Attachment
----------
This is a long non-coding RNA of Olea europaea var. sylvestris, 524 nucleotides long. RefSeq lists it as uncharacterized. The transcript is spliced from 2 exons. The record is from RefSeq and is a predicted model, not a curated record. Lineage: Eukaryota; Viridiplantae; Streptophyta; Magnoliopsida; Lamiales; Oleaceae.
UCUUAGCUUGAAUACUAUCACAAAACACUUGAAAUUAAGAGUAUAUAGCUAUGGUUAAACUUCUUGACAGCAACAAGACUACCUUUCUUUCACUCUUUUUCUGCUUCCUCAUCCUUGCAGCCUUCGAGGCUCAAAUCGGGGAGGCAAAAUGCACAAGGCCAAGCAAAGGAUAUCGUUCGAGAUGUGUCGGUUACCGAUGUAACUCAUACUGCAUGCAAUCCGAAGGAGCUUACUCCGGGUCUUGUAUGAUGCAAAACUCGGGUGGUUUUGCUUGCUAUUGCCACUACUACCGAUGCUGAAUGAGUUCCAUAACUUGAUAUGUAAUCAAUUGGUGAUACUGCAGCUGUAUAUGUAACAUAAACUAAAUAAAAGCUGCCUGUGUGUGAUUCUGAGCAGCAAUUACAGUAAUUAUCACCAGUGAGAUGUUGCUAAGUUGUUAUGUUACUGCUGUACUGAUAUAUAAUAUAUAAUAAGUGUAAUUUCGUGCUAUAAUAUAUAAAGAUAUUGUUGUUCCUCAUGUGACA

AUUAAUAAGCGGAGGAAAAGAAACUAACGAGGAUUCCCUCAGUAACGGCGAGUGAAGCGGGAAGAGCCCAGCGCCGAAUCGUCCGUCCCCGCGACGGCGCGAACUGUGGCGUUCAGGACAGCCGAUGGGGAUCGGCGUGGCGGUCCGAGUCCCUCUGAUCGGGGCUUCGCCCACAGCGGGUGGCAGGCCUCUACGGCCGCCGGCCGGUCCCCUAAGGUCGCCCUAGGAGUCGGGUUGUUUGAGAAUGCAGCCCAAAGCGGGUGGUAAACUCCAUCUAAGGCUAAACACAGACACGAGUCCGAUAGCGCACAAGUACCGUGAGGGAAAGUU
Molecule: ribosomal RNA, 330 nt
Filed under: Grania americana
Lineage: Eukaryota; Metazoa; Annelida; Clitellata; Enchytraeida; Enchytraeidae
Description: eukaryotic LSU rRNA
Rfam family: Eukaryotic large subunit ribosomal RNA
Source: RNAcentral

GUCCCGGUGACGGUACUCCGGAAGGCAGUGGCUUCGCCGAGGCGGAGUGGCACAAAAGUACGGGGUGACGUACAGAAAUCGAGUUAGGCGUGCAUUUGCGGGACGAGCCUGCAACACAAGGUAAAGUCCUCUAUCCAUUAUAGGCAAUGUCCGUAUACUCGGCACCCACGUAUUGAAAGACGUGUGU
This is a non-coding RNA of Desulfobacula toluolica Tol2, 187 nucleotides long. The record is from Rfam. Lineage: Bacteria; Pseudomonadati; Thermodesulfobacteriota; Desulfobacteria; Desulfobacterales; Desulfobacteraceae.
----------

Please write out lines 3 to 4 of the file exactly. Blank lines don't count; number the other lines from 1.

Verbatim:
AUUAAUAAGCGGAGGAAAAGAAACUAACGAGGAUUCCCUCAGUAACGGCGAGUGAAGCGGGAAGAGCCCAGCGCCGAAUCGUCCGUCCCCGCGACGGCGCGAACUGUGGCGUUCAGGACAGCCGAUGGGGAUCGGCGUGGCGGUCCGAGUCCCUCUGAUCGGGGCUUCGCCCACAGCGGGUGGCAGGCCUCUACGGCCGCCGGCCGGUCCCCUAAGGUCGCCCUAGGAGUCGGGUUGUUUGAGAAUGCAGCCCAAAGCGGGUGGUAAACUCCAUCUAAGGCUAAACACAGACACGAGUCCGAUAGCGCACAAGUACCGUGAGGGAAAGUU
Molecule: ribosomal RNA, 330 nt